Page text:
Menachot 2a-4a – Topics in the Gemara – Shelo LiShma

The Gemara (2a-4a) discusses the impact and the scope of doing one of the 4 avodot ha’dam with the intent of another sacrifice (or another owner).  Some issues that emerge include:

  1. The sacrifice still has its full prior status, so if one slaughtered an olah with the intent of shelamim, the korban is still fully an olah (although the owners do not fulfill their obligation).  Given that it is a full-fledged olah, it is forbidden for the Kohen to do another avoda with the intent of a shelamim, even if the first avoda was done that way.  (2a-2b)
  2. According to R. Shimon (the pshat of his statement, and the way Rabbah understands it), if the Kohen’s intent is obviously wrong – i.e., can in no way be reffering to the sacrifice in front of him, then the korban is kosher (2b-3a).
  3. According to Rava and Rav Ashi, however, R. Shimon’s statement is to be understood differently, and the opposite is true – the more obviously wrong the statement is, the more invalidating it should be (3b).
  4. The Gemara in the opening sugya of Zevachim (2b) states that if a Kohen did the avodot of a korban with no intent the korban would actually be valid, and R. Yossi states that it is prefferable, so that a Kohen should not accidently think the wrong thing.  The reason having no intent works here, and not in other cases – such as the need to write a get specifically for woman who is being divorced – is because of the principle staman lishman omdin, they are “naturally” designated for their purpose.  Tosafot (ad. loc., s.v., Zevachim and Stam) assumes that this means that when working with a korban, the circumstances and context can normally be assumed to shape what the Kohen is thinking, unless we know otherwise, but that this assumption  cannot be made with a get, because it is always possible that the husband or sofer will use another get.

I believe that all these issues revolve around the question of why shelo li’shma creates invalidity, or detachment from the owner.  There are two ways of framing the problem:

(A) Since the Torah requires that the Kohen have the proper intent, when this requirement is violated, the violation impacts – to a greater or lesser extent – the status of the korban or

(B) When the Kohen does an avoda having a different korban in mind – when he slaughters an olah with the intent of a shelamim, then he has defined his act as a shelamim ritual, and thus – by extension – has to some degree redefined his olah to no longer be fully an olah

This is actually a phenomenon that we find by korbanot, that under certain circumstances, an avodah done with a certain intent can redefine the korban.  So, for example, if an asham that could no longer be used was slaughtered with the intent of an olah, it becomes an olah, and if a korban Pesach is slaughtered during the rest of the year as a shelamim, it becomes a shelamim.  This concept is known as “akirat shem,” uprooting and redefining the “name,” that is, the prior status.

When the Gemara insists (point 1) that the animal is still fully an olah and it is not acceptable to do another avodah with the intent of a shelamim, the Gemara is embracing approach A.  No matter what the Kohen did, the identity of the Korban does not change.  [The halakha could still be true according to B, because the korban is still primarily an olah, but the Gemara’s language is more in line with A.]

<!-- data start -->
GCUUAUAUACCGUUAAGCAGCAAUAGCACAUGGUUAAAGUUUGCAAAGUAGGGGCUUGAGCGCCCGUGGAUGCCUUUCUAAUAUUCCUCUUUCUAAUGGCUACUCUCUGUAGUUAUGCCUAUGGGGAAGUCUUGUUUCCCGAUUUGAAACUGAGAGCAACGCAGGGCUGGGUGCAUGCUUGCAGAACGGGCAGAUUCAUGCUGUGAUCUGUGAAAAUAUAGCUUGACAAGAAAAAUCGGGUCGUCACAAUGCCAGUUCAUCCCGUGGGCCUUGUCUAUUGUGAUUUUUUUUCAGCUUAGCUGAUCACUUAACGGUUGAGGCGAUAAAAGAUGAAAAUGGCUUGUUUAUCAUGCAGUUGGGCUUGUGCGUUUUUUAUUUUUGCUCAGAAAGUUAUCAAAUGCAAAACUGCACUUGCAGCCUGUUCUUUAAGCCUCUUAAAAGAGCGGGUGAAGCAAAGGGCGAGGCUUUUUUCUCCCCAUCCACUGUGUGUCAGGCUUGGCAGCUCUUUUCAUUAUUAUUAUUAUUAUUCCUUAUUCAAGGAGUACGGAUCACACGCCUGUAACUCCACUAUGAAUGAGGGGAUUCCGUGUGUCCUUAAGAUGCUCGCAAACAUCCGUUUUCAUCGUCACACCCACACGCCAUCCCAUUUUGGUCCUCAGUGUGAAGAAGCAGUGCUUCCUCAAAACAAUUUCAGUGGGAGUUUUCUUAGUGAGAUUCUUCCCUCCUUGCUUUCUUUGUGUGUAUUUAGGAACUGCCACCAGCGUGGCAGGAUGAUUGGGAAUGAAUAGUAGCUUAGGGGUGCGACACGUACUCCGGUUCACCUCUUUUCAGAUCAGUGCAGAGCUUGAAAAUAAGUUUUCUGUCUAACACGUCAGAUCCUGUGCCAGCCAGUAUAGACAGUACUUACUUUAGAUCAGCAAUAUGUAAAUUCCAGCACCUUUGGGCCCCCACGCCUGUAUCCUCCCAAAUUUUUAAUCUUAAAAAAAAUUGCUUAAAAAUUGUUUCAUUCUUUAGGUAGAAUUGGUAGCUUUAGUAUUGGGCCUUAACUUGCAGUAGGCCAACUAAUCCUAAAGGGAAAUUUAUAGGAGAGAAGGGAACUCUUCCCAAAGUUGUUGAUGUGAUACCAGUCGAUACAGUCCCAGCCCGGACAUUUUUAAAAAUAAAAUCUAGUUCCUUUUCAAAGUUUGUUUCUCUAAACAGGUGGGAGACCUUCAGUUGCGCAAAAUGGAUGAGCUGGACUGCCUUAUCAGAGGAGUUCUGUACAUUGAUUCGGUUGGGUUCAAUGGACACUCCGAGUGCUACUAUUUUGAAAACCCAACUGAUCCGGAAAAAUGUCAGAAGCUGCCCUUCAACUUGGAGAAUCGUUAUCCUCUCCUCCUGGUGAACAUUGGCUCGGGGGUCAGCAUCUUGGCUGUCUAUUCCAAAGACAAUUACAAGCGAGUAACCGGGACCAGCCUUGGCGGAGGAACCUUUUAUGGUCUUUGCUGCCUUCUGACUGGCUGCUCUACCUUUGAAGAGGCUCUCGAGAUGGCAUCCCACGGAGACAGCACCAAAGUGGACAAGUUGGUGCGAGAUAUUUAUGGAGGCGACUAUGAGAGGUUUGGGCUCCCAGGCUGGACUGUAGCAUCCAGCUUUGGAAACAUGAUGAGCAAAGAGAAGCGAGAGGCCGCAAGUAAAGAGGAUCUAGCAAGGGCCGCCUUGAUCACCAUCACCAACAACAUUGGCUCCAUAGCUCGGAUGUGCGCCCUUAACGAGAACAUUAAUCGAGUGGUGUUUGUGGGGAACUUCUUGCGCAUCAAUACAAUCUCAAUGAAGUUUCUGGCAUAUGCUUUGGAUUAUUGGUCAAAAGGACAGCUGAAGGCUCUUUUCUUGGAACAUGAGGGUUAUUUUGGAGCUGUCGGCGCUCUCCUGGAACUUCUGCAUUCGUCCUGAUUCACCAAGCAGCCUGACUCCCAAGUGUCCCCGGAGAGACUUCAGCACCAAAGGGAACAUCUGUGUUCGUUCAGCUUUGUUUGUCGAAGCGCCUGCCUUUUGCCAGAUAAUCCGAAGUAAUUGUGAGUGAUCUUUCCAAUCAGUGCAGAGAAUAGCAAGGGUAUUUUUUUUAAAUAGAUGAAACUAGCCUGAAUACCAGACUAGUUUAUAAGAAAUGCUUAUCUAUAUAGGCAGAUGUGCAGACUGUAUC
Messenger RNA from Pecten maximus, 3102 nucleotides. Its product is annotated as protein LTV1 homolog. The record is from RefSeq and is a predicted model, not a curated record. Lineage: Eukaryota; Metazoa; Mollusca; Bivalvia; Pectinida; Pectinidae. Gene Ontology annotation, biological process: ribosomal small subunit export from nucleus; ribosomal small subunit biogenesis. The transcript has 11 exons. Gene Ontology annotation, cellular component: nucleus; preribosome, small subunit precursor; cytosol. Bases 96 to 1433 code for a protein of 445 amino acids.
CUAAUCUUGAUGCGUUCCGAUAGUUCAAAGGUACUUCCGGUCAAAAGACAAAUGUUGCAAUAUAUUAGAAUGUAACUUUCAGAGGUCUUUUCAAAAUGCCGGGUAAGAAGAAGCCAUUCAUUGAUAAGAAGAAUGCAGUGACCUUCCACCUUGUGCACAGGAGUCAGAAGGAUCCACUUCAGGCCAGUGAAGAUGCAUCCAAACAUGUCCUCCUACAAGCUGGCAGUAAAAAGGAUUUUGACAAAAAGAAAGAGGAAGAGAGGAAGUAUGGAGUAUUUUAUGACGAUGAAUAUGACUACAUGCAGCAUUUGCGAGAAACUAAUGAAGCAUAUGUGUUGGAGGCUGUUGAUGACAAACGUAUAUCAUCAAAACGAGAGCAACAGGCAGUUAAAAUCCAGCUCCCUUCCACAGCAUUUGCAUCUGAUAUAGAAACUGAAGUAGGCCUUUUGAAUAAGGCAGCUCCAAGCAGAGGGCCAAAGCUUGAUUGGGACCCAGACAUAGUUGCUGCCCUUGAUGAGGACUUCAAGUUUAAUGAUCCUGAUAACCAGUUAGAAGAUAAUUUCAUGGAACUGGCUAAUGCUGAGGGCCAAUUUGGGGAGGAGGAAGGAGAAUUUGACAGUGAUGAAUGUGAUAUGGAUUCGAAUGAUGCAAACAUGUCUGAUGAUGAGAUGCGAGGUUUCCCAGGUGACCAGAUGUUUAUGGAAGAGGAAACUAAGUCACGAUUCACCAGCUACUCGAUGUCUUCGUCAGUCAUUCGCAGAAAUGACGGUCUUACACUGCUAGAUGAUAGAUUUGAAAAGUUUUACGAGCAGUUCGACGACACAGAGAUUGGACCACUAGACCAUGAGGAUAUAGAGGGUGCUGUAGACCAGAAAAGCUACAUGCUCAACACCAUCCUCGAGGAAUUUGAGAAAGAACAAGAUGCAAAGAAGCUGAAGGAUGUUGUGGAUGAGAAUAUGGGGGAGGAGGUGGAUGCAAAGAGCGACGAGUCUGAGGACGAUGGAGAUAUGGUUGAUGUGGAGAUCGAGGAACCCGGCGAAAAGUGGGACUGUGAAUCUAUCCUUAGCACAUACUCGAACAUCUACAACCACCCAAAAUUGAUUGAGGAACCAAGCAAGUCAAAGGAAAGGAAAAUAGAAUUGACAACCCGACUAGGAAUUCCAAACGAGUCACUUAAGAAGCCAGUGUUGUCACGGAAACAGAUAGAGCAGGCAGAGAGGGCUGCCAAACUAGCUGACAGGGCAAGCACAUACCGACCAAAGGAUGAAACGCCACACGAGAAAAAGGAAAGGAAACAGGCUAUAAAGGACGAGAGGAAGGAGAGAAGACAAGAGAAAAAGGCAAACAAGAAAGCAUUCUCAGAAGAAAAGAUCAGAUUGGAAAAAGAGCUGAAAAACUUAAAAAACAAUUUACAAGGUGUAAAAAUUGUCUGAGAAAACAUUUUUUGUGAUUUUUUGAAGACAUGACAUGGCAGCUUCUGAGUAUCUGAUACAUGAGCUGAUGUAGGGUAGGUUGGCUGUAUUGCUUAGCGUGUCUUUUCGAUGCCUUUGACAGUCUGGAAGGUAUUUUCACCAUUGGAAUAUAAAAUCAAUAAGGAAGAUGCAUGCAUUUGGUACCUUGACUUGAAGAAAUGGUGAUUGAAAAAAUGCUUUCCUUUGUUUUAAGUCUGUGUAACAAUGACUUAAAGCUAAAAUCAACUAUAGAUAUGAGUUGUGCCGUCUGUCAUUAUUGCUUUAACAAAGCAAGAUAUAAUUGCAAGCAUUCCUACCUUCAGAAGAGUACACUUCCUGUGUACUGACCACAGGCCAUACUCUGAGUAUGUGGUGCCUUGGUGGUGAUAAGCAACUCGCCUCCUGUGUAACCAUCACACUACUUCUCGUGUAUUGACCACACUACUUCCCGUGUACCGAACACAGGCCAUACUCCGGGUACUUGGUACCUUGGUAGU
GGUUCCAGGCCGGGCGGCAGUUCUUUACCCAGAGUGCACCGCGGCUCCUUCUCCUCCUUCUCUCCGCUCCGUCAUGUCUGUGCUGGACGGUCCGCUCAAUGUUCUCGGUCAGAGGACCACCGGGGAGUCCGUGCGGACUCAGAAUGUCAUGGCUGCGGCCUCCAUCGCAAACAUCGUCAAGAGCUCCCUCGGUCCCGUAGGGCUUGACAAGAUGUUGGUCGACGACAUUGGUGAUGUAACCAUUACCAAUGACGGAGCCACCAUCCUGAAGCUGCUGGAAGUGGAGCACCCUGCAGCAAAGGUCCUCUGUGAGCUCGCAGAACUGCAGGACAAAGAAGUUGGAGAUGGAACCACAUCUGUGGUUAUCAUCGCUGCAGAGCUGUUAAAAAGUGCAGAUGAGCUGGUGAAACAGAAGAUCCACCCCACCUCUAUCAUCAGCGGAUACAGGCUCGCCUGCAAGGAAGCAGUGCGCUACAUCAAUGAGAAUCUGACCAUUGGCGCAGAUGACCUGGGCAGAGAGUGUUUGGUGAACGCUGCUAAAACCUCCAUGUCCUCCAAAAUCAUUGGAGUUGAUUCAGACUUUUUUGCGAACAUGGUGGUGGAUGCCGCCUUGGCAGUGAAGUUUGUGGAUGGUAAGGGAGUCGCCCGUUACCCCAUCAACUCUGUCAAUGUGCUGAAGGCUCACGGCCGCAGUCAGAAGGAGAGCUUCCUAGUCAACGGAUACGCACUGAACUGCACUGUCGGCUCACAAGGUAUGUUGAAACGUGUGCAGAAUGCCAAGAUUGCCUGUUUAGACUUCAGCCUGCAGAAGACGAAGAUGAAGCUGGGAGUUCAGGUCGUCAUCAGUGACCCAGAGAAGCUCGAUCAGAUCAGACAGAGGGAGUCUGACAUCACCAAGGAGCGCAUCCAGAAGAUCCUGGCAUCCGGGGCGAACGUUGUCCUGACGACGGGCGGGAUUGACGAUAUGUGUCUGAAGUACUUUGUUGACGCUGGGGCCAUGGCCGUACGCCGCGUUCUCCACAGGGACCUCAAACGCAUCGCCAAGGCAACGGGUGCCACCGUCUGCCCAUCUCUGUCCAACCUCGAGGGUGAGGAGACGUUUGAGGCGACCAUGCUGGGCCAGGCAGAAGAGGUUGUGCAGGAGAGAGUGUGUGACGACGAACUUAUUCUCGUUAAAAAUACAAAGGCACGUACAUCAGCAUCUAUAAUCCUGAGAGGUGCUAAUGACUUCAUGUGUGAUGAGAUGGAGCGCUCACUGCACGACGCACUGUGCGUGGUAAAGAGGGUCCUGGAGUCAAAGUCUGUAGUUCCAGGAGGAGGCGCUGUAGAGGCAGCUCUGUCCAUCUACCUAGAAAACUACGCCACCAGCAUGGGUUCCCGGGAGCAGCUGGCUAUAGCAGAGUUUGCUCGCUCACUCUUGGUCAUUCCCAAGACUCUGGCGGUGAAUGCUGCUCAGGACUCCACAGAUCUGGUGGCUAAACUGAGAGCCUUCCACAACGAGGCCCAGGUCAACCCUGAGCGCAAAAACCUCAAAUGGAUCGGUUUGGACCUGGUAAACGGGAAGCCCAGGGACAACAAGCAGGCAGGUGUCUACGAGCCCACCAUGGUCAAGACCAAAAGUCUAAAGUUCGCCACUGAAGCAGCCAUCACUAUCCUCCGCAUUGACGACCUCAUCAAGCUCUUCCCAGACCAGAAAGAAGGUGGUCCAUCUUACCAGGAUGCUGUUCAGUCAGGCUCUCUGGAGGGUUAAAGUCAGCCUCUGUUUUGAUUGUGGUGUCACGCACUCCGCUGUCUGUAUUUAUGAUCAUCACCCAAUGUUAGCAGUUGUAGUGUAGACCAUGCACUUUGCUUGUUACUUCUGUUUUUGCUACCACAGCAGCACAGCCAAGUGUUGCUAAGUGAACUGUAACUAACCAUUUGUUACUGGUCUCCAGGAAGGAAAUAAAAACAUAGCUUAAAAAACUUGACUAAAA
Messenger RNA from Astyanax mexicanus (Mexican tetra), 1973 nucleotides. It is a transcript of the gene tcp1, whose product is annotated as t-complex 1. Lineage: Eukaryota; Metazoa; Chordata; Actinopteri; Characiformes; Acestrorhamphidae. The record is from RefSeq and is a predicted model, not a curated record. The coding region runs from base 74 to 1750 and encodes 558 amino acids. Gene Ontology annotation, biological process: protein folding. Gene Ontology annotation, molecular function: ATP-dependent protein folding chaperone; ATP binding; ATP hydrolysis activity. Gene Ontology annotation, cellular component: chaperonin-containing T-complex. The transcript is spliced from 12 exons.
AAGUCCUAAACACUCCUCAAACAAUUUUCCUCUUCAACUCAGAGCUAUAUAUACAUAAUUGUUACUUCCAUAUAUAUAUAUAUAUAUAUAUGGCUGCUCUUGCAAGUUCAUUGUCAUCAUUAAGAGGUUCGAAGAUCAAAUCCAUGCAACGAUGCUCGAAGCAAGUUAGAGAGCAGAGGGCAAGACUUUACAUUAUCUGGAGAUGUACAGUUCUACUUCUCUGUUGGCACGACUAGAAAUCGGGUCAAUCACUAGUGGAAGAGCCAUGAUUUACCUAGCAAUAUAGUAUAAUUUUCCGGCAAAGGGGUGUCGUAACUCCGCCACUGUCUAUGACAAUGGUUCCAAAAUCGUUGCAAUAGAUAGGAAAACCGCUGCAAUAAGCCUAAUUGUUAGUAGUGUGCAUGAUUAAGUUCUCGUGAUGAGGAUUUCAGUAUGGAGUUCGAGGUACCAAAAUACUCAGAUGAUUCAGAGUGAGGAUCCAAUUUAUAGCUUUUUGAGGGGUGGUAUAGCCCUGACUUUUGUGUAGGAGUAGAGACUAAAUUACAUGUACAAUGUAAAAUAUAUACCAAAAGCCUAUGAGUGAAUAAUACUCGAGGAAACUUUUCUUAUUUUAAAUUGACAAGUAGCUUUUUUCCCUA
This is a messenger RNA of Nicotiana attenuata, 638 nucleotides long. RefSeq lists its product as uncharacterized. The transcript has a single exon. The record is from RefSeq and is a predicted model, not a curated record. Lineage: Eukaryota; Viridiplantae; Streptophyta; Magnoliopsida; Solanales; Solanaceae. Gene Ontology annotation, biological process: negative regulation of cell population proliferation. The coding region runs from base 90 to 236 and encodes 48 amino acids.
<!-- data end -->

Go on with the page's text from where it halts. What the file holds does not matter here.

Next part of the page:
The debate about whether a patently false intent is better or worse (points 2-3), is best understood as a debate exactly about approach A or approach B.  If the problem is the violation of the Torah’s demands – approach A – then a more blatant violation is worse.  If, however, the problem is that the thought redefines the act, and also – to some degree – redefines the korban – then if the thought is totally absurd, it cannot redefine the act.  The physical reality – that a Kohen is taking the kometz from a deep-pan mincha and not a dry mincha – defines the act as a kometz of a deep-pan mincha, much more powerfully than the thoughts or words of the Kohen to the contrary.

Finally, when it comes to staman lishma (point 4), Tosafot’s approach emphasizes our concern with what the Kohen is thinking – approach A.  However, a simpler explanation is that as long as one does not have contrary intent, the act is defined by the very reality itself.  The slaughtering of an animal sanctified as an olah is the slaughtering of an olah, even if the Kohen’s mind is blank.  Only if the Kohen redefines it will the act be considered something else.  This seems to be Rashi’s understanding (Zevachim 2b, s.v. biStaman lishman omdim).  In the case of a get, in contrast, since the paper has not been “sanctified” and has no prior identity, the act of writing cannot define itself to be for the sake of a particular woman (since another woman might have the same name).  Only the intent of the sofer can define the nature of the act.

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About Rabbi Dov Linzer

Rabbi Dov Linzer is the Rosh HaYeshiva and Dean of Yeshivat Chovevei Torah Rabbinical School, a groundbreaking Orthodox smicha program. Rabbi Linzer spearheaded the development of YCT to create an innovative four year smicha program which provides its students with rigorous talmud Torah and halakhic study and sophisticated professional training in the context of a religious atmosphere which cultivates openness and inclusiveness. Rabbi Linzer has published Halakha and machshava articles in Torah journals and lectures widely at synagogues and conferences on topics relating to Halakha, Orthodoxy, and modernity. He is most recently the awardee of the prestigious Avi Chai Fellowship.
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